UN human rights chief to visit Xinjiang in May

Michelle Bachelet, UN High Commissioner for Human Rights, speaking at the 49th Session of the Human Rights Council on 3 March 2022. (Credit: UN Photo)

UN human rights chief Michelle Bachelet announced on Tuesday that she has reached an agreement with China for a visit in May, including access to Xinjiang, but made no reference to a long-delayed report into alleged rights violations in the region.

She said that an advance team from her office would leave in April to prepare her stay. It comes after years of stalled talks to gain access to its Xinjiang region to investigate accusations of abuse against ethnic Uyghurs.

Addressing the Human Rights Council, Bachelet said she remained concerned about the treatment of individuals who speak up on human rights issues that are deemed critical of Chinese policies. Some have faced restrictions on their freedom of movement, including house arrest, or in some cases have been sentenced to prison on criminal charges.

“My office has raised a number of such cases with the government and encourage the authorities to take steps to ensure that freedom of expression and opinion are fully respected and protected,” she told council members via a video message.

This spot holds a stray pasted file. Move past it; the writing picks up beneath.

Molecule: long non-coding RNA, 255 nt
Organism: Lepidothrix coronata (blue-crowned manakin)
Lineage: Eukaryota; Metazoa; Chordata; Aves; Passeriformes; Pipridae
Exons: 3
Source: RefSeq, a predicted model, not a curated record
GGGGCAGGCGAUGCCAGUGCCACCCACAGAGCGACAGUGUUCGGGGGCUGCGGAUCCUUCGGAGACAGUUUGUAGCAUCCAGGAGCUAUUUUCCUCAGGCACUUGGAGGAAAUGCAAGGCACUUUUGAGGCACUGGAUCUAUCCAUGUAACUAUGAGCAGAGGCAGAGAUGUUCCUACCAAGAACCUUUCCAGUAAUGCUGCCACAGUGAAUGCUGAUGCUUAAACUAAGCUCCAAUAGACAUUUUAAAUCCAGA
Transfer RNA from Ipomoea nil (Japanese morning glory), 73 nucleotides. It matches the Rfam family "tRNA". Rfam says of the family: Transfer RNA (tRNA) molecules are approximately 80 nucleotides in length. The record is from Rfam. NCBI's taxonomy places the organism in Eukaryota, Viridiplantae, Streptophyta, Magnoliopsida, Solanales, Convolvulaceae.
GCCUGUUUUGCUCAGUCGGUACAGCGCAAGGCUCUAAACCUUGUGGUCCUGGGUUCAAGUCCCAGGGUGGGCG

Rights groups accuse China of widescale and systematic abuses against the Uyghur population and other mostly-Muslim ethnic groups in the north-western autonomous region of Xinjiang, including torture, forced labour, and detention in internment camps.

China has rejected claims of abuse and says that the camps are training and “reeducation centres” to combat religious extremism.

Erkin Tuniyaz, vice governor of Xinjiang, told an event organised by China's mission to the UN in Geneva last month, and cited by Reuters, that the region was thriving and that people had jobs and social security.

Activists urge release of delayed report

Bachelet’s office has been collecting evidence into alleged rights violations for more than three years. The report into her findings – which first needed to be shared with Beijing – has been promised for several months.

Yet there was still no mention of it on Tuesday, amid growing frustration and renewed calls by activists for the long-awaited report to be released.

“We are at a loss as to what is going on...There is just no longer any excuse for this ongoing, long delay,” Kenneth Roth, executive director of Human Rights Watch, told journalists at a briefing organised by Association of Accredited Correspondents at the United Nations (ACANU) ahead of the 49th Council session.

In an open letter joined by almost 200 other organisations, Amnesty International urged Bachelet to publish the report “without further delay”.

“The Chinese government’s crimes against humanity targeting Uyghurs, Kazakhs and other predominantly Muslim minorities in Xinjiang are well documented, but we are yet to see the situation meaningfully addressed by the UN human rights office,” said Joanne Mariner, director of crisis response at Amnesty International in a statement.

She stressed that its release should not be contingent on Bachelet’s visit to Xinjiang. “No state – no matter how powerful – should be above scrutiny for such grave crimes.”